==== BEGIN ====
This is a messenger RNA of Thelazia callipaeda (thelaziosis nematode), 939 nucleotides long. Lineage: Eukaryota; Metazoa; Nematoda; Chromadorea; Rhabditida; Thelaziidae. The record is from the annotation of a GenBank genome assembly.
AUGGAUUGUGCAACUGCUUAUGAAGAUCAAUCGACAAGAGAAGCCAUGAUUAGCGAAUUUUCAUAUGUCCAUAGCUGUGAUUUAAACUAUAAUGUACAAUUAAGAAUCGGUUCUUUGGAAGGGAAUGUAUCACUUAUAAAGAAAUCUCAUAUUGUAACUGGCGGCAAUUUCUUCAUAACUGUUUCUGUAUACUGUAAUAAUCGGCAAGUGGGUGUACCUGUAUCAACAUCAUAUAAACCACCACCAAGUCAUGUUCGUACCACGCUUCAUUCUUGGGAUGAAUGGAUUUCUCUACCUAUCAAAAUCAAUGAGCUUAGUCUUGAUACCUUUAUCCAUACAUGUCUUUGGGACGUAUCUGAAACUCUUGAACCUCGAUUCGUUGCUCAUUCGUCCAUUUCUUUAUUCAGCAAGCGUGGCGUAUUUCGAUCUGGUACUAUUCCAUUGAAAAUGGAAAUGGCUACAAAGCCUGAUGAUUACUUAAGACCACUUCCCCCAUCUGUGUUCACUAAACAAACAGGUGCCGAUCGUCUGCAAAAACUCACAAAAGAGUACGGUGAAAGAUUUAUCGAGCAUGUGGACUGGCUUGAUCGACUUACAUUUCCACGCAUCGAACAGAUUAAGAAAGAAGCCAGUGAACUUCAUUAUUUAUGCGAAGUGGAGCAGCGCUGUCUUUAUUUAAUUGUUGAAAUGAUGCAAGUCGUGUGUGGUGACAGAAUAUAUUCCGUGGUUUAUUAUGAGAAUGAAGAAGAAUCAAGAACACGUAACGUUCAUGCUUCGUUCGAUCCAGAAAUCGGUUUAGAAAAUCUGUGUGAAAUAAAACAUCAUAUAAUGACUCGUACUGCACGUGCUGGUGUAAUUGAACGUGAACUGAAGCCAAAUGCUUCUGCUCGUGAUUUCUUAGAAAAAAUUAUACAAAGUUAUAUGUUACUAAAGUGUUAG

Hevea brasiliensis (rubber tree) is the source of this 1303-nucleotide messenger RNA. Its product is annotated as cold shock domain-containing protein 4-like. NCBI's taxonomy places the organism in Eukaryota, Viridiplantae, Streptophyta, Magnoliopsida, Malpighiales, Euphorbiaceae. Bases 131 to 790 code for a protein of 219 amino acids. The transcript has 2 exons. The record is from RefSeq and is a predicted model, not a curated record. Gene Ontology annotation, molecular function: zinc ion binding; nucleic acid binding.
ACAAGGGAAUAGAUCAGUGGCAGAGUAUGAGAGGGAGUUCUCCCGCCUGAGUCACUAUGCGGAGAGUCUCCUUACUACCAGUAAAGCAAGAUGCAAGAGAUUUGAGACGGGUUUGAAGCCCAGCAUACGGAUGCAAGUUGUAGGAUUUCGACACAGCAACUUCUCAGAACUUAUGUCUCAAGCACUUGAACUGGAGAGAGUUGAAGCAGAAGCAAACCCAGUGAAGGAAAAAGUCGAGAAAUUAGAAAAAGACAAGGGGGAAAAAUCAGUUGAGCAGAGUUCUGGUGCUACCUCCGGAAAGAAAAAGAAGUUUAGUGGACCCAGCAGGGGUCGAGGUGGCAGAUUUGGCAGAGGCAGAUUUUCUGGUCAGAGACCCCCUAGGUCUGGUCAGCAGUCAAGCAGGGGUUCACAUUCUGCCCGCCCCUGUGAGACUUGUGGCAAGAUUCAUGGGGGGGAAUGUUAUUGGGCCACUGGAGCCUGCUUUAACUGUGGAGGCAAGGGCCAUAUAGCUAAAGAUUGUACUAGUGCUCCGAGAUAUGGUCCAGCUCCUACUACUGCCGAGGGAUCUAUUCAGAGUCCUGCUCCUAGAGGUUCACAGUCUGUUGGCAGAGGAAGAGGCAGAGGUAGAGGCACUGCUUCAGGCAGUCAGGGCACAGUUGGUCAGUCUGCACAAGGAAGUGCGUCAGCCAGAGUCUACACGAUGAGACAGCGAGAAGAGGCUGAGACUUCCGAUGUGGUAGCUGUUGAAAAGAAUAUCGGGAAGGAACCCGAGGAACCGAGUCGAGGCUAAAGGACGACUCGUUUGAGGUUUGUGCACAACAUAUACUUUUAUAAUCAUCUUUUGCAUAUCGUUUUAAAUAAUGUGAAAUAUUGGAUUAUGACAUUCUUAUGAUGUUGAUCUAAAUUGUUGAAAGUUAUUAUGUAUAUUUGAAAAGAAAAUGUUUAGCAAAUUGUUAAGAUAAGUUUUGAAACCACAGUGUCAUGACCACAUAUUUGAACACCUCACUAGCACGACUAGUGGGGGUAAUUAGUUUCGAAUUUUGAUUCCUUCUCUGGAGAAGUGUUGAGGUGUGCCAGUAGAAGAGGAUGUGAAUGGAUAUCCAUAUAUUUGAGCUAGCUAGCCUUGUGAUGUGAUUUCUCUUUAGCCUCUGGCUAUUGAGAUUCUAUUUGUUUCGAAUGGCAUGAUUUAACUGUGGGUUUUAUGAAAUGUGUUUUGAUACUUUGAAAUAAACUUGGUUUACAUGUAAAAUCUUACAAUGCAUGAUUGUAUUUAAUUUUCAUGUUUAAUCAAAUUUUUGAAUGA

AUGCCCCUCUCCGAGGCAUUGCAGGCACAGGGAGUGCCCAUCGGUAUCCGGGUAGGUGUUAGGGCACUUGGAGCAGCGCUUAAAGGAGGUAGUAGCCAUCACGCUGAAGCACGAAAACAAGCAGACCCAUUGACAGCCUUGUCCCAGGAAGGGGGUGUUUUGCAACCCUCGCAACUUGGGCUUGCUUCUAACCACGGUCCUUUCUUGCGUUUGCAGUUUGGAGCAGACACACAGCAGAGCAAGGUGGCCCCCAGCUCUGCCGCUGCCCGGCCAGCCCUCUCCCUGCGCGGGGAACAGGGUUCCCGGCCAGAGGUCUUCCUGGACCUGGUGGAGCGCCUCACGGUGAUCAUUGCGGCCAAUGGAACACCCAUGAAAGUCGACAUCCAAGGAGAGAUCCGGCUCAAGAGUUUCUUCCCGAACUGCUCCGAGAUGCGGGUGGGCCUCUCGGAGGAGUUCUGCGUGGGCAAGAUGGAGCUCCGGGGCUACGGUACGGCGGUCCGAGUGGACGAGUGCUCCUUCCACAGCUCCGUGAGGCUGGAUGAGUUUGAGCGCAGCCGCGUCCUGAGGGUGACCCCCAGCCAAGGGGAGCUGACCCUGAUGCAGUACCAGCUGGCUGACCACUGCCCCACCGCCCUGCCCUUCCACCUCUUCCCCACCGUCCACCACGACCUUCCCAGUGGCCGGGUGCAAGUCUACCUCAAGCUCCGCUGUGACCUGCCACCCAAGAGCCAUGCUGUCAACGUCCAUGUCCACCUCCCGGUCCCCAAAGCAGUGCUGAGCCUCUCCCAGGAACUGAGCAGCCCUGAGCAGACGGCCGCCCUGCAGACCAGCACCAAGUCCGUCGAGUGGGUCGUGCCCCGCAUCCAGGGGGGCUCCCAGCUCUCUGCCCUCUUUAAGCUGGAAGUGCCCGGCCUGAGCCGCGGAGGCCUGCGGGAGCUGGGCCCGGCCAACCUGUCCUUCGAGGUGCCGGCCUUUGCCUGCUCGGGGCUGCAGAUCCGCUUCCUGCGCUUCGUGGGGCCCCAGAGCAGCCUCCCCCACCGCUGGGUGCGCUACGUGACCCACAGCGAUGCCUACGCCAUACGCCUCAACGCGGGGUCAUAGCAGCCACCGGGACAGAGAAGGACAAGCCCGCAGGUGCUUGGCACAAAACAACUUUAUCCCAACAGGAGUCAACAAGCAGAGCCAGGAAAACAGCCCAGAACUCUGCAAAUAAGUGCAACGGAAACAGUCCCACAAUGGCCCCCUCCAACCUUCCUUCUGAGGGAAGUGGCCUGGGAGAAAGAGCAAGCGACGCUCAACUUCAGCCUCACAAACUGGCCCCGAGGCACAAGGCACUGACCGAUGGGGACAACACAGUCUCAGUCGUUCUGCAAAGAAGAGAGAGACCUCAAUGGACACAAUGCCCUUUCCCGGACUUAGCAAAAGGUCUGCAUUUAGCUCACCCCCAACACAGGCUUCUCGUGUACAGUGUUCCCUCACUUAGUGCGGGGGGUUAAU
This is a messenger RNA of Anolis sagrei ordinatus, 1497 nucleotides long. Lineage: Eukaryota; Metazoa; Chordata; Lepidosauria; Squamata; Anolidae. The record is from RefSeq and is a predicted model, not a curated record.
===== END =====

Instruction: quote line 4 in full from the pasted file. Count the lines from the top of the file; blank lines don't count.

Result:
ACAAGGGAAUAGAUCAGUGGCAGAGUAUGAGAGGGAGUUCUCCCGCCUGAGUCACUAUGCGGAGAGUCUCCUUACUACCAGUAAAGCAAGAUGCAAGAGAUUUGAGACGGGUUUGAAGCCCAGCAUACGGAUGCAAGUUGUAGGAUUUCGACACAGCAACUUCUCAGAACUUAUGUCUCAAGCACUUGAACUGGAGAGAGUUGAAGCAGAAGCAAACCCAGUGAAGGAAAAAGUCGAGAAAUUAGAAAAAGACAAGGGGGAAAAAUCAGUUGAGCAGAGUUCUGGUGCUACCUCCGGAAAGAAAAAGAAGUUUAGUGGACCCAGCAGGGGUCGAGGUGGCAGAUUUGGCAGAGGCAGAUUUUCUGGUCAGAGACCCCCUAGGUCUGGUCAGCAGUCAAGCAGGGGUUCACAUUCUGCCCGCCCCUGUGAGACUUGUGGCAAGAUUCAUGGGGGGGAAUGUUAUUGGGCCACUGGAGCCUGCUUUAACUGUGGAGGCAAGGGCCAUAUAGCUAAAGAUUGUACUAGUGCUCCGAGAUAUGGUCCAGCUCCUACUACUGCCGAGGGAUCUAUUCAGAGUCCUGCUCCUAGAGGUUCACAGUCUGUUGGCAGAGGAAGAGGCAGAGGUAGAGGCACUGCUUCAGGCAGUCAGGGCACAGUUGGUCAGUCUGCACAAGGAAGUGCGUCAGCCAGAGUCUACACGAUGAGACAGCGAGAAGAGGCUGAGACUUCCGAUGUGGUAGCUGUUGAAAAGAAUAUCGGGAAGGAACCCGAGGAACCGAGUCGAGGCUAAAGGACGACUCGUUUGAGGUUUGUGCACAACAUAUACUUUUAUAAUCAUCUUUUGCAUAUCGUUUUAAAUAAUGUGAAAUAUUGGAUUAUGACAUUCUUAUGAUGUUGAUCUAAAUUGUUGAAAGUUAUUAUGUAUAUUUGAAAAGAAAAUGUUUAGCAAAUUGUUAAGAUAAGUUUUGAAACCACAGUGUCAUGACCACAUAUUUGAACACCUCACUAGCACGACUAGUGGGGGUAAUUAGUUUCGAAUUUUGAUUCCUUCUCUGGAGAAGUGUUGAGGUGUGCCAGUAGAAGAGGAUGUGAAUGGAUAUCCAUAUAUUUGAGCUAGCUAGCCUUGUGAUGUGAUUUCUCUUUAGCCUCUGGCUAUUGAGAUUCUAUUUGUUUCGAAUGGCAUGAUUUAACUGUGGGUUUUAUGAAAUGUGUUUUGAUACUUUGAAAUAAACUUGGUUUACAUGUAAAAUCUUACAAUGCAUGAUUGUAUUUAAUUUUCAUGUUUAAUCAAAUUUUUGAAUGA